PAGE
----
Third, if the princes were alive in 1485 when Henry Tudor landed to claim the English throne, why didn’t Uncle Richard produce them in public? As you correctly point out, “any Yorkist prince or princess was a threat to [Henry]” because his own claims to royal lineage “were tenuous and illegitimate.” By producing his nephews, Richard would, at one stroke, have silenced the rumors — already circulating — that he had murdered them, and undercut Henry’s claim to the crown. That Richard did not do so strongly suggests that he could not produce the boys because they were dead.

    Fourth, it is true that when Henry VII became king, he had Parliament issue a list of Richard’s crimes, and the murder of the princes was not mentioned — at least not explicitly. The list does, however, charge Richard with “the shedding of innocents’ blood” — very likely an oblique reference to the murder of the princes.

    But if Richard had indeed murdered his nephews, why wasn’t that blackest of crimes at the very top of the list? Very simple. At the time, another of Richard’s nephews — Edward, Earl of Warwick (son of the Duke of Clarence who was drowned in the famous butt of malmsey) — was still alive and imprisoned in the Tower by order of Henry VII. So Henry had very good reasons for not working up public sentiment over the fate of poor little princes unjustly imprisoned in the Tower. Edward was reputedly feeble-minded, but Henry later had him beheaded on a trumped-up charge of treason just to be safe. By the way, not wanting to create publicity for the House of York might also be the reason why Henry VII never exhumed the bodies of the princes to give them a Christian burial.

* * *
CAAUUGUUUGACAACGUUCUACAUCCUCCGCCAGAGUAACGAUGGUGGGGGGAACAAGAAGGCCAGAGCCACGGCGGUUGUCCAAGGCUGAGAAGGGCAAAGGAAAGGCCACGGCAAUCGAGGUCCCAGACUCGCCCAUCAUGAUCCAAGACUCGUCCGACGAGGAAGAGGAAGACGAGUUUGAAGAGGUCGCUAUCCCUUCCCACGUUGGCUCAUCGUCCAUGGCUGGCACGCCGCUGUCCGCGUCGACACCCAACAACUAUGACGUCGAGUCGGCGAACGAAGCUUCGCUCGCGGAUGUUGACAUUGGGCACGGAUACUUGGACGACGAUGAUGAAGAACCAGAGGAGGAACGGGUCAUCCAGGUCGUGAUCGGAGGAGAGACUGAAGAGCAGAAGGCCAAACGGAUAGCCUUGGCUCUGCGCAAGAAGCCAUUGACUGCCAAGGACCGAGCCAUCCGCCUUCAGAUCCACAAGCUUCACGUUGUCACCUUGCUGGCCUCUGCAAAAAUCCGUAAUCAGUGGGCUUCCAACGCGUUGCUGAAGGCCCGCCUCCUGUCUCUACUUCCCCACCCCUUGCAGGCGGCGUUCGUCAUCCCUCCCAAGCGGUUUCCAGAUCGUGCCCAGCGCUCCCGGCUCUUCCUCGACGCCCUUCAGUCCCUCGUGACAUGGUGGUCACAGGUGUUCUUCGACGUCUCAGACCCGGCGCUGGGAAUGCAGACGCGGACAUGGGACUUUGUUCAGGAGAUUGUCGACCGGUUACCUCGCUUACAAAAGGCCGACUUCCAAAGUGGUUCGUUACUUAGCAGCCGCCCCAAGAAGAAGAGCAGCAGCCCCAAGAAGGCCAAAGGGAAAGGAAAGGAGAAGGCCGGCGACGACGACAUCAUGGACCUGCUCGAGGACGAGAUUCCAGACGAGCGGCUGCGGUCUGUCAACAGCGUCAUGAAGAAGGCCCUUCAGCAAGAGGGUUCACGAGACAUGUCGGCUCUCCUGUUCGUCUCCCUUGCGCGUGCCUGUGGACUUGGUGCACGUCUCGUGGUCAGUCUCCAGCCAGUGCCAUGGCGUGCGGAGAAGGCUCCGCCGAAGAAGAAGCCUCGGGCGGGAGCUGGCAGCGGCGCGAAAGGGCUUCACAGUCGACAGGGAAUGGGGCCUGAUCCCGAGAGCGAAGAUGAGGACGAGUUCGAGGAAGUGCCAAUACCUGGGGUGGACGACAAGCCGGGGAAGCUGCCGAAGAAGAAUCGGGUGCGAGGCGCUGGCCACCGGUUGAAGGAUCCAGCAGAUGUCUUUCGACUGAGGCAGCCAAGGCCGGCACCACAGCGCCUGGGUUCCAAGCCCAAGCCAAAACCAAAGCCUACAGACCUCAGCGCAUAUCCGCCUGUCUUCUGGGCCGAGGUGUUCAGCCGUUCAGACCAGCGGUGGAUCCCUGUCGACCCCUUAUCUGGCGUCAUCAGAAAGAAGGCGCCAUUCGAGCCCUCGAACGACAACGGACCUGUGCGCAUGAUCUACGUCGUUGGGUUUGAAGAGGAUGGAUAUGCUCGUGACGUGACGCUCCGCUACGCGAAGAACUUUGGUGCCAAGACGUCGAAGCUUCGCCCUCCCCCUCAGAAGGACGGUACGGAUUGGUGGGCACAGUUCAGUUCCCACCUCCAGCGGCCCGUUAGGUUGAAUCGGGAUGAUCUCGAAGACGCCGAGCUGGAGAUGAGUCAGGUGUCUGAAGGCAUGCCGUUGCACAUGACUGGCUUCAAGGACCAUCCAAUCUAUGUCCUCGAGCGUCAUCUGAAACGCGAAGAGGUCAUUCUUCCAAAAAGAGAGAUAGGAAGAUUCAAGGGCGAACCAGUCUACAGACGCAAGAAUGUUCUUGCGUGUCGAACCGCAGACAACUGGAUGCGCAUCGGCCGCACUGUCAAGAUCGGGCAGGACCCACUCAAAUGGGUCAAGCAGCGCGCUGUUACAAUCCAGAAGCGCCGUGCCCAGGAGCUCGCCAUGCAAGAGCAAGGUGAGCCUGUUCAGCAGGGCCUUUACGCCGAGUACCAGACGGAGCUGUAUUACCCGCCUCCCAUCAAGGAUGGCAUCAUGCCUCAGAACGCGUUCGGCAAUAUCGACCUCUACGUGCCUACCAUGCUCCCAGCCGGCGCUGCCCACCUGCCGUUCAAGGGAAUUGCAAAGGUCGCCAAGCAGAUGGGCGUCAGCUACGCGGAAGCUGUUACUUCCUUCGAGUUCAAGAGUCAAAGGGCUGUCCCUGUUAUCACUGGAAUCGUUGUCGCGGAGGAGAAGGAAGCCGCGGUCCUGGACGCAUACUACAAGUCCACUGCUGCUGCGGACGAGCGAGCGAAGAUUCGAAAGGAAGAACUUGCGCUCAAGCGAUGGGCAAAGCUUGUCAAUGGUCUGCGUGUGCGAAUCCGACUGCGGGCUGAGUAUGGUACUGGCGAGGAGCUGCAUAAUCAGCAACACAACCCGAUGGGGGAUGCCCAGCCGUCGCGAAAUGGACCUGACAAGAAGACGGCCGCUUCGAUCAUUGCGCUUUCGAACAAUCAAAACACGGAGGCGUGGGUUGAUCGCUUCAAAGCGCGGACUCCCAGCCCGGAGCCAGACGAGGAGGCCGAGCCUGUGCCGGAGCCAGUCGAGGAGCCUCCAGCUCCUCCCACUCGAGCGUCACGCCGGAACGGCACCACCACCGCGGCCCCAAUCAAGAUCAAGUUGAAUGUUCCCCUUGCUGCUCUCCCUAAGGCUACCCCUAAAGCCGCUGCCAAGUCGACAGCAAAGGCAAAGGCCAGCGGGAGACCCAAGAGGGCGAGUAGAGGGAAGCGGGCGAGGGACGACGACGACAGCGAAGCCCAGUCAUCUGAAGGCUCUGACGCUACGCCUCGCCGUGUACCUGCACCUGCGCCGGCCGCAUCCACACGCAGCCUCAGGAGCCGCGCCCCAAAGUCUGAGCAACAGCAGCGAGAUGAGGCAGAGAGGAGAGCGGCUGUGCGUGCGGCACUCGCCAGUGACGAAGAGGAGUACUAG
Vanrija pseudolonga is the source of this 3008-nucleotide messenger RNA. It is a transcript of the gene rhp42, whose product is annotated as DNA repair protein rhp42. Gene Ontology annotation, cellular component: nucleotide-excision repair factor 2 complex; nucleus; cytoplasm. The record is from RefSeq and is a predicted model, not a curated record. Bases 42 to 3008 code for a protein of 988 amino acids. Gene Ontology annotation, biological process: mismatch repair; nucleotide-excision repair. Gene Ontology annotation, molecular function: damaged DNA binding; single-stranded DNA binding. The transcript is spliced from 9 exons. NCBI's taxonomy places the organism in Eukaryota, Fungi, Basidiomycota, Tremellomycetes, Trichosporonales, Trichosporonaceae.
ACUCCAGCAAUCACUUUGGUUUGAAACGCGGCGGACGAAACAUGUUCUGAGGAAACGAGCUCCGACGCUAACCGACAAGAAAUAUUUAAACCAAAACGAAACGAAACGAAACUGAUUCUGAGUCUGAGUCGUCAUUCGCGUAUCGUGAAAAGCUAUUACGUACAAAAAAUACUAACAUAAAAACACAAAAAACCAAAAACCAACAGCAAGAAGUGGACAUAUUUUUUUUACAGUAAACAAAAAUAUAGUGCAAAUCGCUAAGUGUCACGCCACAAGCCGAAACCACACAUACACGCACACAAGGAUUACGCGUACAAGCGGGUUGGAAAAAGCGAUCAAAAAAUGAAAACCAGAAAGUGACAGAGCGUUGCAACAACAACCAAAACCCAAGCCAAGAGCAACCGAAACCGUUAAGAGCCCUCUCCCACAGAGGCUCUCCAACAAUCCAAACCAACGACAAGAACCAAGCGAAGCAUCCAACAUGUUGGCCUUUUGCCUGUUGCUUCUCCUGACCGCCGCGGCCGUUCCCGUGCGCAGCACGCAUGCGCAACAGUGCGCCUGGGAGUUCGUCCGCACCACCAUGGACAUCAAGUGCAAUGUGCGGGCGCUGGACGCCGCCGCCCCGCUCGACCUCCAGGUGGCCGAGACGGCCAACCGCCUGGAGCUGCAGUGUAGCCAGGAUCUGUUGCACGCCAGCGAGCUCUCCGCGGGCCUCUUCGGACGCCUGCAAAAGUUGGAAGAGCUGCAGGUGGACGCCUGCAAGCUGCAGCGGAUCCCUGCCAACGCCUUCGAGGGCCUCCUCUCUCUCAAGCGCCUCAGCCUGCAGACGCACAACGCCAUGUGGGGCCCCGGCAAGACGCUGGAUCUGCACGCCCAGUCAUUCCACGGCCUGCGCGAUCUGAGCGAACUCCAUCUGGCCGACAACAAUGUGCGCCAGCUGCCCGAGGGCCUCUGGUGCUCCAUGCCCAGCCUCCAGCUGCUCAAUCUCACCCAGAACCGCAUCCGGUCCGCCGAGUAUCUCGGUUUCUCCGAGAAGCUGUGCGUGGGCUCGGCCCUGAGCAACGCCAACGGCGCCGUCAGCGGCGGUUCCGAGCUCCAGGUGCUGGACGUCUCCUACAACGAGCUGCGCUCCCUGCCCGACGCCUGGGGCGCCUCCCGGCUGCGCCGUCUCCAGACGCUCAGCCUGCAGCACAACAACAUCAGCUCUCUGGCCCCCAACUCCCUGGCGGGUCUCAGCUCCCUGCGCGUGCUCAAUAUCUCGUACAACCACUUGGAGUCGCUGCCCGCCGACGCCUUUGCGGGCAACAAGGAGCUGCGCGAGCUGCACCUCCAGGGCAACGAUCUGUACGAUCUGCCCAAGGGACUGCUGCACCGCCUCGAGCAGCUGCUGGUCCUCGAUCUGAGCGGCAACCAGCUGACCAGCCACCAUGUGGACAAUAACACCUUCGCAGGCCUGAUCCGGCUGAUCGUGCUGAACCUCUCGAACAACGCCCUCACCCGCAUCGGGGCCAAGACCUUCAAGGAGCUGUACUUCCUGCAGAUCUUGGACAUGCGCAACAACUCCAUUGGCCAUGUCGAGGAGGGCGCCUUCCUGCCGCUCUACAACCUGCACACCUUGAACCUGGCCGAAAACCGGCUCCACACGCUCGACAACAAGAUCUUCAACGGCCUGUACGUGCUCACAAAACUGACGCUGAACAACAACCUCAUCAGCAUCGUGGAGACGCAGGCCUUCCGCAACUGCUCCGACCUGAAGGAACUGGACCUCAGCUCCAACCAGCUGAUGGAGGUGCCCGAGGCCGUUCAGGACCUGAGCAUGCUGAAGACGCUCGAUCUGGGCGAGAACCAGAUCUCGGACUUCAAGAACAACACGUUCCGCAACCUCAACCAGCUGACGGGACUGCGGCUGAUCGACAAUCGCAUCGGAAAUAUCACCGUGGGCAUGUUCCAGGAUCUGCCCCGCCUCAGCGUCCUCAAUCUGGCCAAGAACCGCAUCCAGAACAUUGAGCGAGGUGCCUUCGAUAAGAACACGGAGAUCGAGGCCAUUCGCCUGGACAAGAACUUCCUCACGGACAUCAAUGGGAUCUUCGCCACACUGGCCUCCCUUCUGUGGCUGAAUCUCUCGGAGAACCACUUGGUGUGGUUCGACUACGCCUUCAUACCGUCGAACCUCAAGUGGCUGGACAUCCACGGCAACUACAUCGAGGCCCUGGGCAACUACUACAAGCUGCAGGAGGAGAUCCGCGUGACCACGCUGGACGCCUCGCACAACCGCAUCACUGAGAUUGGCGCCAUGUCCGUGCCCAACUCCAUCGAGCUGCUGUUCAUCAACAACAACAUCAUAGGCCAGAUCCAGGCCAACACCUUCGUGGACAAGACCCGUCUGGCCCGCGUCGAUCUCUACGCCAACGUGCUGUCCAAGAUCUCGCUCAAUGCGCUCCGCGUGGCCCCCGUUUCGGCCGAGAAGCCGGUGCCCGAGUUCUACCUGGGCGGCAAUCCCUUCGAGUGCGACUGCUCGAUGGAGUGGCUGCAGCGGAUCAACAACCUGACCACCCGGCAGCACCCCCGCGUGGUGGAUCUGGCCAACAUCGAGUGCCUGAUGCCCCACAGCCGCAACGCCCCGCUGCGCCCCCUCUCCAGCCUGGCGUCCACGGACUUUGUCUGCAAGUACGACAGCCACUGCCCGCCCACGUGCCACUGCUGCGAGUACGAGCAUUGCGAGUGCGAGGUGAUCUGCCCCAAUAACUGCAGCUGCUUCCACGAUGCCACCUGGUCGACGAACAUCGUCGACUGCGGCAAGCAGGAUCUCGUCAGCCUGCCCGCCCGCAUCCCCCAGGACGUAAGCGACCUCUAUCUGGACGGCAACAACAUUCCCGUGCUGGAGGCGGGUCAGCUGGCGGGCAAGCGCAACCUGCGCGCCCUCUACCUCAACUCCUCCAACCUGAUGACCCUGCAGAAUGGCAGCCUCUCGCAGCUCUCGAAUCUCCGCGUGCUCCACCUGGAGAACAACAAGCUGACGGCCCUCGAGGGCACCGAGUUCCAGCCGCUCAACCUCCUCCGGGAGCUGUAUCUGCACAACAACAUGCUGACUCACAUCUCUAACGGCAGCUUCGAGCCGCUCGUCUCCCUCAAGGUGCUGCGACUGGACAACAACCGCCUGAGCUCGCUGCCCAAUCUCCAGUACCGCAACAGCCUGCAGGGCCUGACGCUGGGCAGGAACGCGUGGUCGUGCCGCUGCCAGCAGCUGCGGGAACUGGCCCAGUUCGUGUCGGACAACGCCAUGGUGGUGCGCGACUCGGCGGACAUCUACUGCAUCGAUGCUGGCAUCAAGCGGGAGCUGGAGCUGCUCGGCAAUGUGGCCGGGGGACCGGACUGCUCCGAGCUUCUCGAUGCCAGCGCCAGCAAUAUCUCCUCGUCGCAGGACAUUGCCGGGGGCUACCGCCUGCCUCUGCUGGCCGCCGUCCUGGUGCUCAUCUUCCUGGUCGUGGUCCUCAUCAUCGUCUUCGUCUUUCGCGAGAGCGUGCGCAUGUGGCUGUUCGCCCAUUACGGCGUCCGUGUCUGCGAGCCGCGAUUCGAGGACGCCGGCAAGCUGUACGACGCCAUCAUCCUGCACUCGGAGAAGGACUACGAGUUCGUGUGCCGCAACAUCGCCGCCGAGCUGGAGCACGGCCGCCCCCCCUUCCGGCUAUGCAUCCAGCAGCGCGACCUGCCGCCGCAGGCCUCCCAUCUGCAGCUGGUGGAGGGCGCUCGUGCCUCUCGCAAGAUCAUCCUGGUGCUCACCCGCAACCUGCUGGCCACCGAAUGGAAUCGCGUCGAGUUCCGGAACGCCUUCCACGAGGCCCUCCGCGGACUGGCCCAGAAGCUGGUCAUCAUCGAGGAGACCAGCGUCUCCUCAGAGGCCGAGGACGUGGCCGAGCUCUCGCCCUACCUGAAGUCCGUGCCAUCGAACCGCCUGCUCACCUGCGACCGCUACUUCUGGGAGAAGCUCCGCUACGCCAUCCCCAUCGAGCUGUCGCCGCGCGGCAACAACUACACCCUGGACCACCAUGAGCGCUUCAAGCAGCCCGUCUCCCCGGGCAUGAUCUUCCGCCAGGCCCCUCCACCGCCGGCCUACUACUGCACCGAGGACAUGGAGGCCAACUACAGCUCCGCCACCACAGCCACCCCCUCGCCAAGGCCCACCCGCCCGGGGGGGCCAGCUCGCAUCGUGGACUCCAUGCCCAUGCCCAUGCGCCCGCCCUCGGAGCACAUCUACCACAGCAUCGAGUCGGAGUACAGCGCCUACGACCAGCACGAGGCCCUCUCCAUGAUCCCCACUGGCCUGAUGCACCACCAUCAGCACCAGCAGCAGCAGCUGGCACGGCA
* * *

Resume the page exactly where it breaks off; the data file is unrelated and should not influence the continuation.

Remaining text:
As for the Queen Mother, by some accounts she was willing to agree to the incestuous marriage of her daughter (who later married Henry VII) to the girl’s Uncle Richard if the pope would sanction such a union. Sentimental fans of Richard III have seized on this as “proof” that Richard never murdered his nephews, because their mother would never have agreed to marry her daughter to her sons’ murderer. Unfortunately for this argument, it can just as easily be used to argue that the princes were dead. Medieval queens were not sentimental — certainly not Elizabeth Woodville, who was rumored to dabble in witchcraft. If her sons were alive, she would have had no motive to strengthen Richard’s grip on the crown by marrying her daughter to him. But if they were dead, then her only bargaining chip was her daughter, and he only chance of holding on to even a scrap of power was by becoming mother-in-law to Richard III, and potential grandmother to a future king.

    Because it is possible to construct such strong cases for and against Richard, the argument is endlessly fascinating. It has already gone on for over 500 years, and it likely to be raging 500 years from now.

    Your turn,